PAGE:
But to the people of today, it has come to represent two things: A place where wealth can be rapidly obtained and a fool’s errand, out of reach and unobtainable. In 1848, Edgar Allan Poe wrote his poem El Dorado (Poe, 1849). He writes of a gallant knight’s quest to find El Dorado. I found the last two stanzas to be the most meaningful. And, as his strength Failed him at length, He met a pilgrim shadow -- "Shadow," said he, "Where can it be -- This land of El Dorado? " "Over the Mountains Of the Moon, Down the Valley of the Shadow, Ride, boldly rides," The shade replied -- "If you seek for El Dorado. "

As the knight lie dying, he see’s a spirit, probably a hallucination, that tells him El Dorado, will be over the next mountain and down into the next valley. It will always be over the mountain and into the next valley. It is a mythical place that is unobtainable; you will never find El Dorado. Heart of Darkness (Conrad, 1893), is another fictional tale of another group of explorers searching for riches in a land that has yet to be conquered. This time the story does not take place in South America, but in Africa. In his novel, Conrad tells a story of an ill-fated expedition into the unexplored territories of the African continent.

It is basically the same tale of the trials and trouble that faced explorers three centuries earlier in South America. They went into unknown lands seeking riches and fame only to be faced with their own reality and deaths. The author tells a story of men that are bored with the ordinary life and seek adventure where they have no business being. He talks about the riches found and lost, along with other illegitimate profits that men can gain at the cost of another’s way of life. Marlow, one of the characters in Conrad’s story, says something that I believe to be a statement that shows the state of mind of the explorers and people of this era.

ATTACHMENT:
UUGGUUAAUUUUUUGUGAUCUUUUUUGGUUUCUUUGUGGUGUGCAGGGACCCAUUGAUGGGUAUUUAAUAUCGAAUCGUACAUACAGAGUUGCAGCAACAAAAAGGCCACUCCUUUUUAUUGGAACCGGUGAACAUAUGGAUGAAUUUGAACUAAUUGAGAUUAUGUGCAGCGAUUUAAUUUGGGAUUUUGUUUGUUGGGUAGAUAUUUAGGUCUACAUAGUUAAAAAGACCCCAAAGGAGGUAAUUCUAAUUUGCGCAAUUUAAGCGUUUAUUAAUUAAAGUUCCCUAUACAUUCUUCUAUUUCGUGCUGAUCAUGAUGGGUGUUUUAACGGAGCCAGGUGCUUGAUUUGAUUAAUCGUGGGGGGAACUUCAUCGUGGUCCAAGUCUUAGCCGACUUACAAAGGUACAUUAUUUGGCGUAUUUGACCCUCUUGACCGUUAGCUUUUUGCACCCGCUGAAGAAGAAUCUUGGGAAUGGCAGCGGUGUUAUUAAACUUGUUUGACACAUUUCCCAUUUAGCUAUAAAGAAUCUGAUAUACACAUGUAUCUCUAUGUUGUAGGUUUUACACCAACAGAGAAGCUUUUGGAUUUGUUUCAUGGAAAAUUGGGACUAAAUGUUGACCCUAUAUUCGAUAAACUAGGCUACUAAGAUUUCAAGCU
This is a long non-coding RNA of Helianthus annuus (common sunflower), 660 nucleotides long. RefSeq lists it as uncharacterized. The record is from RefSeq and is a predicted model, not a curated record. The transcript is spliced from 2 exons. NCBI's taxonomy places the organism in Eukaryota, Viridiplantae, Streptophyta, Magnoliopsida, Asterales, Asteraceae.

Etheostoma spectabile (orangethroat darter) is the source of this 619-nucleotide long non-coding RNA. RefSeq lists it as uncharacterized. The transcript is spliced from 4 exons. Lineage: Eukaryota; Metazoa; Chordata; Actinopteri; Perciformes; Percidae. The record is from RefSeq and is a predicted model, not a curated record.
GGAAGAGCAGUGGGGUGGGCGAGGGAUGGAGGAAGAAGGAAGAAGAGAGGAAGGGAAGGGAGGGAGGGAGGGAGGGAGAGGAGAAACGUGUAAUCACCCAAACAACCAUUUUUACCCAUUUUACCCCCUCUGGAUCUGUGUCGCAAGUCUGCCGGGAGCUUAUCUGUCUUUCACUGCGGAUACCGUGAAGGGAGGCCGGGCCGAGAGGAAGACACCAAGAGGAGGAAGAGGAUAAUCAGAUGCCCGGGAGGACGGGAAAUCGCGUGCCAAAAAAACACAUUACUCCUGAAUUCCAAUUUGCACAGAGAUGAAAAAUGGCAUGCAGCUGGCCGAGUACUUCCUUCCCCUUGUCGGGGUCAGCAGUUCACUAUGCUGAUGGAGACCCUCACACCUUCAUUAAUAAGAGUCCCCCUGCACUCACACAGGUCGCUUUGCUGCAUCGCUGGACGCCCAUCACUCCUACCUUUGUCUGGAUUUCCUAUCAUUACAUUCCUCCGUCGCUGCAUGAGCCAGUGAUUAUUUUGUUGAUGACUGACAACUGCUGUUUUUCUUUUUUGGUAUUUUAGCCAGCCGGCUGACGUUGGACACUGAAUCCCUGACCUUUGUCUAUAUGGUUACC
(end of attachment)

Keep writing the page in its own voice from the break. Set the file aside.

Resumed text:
Marlow said “The conquest of the earth, which mostly means the taking it away from those who have a different complexion or slightly flatter noses than ourselves; it is not a pretty thing when you look into it to much”. This story continues to show that the European and North American explorers of the 19th century have changed very little from their predecessors of the 15th thru the 18th centuries. They continue to go, usually where they do not belong, at great cost of life and property, and usually very little profit.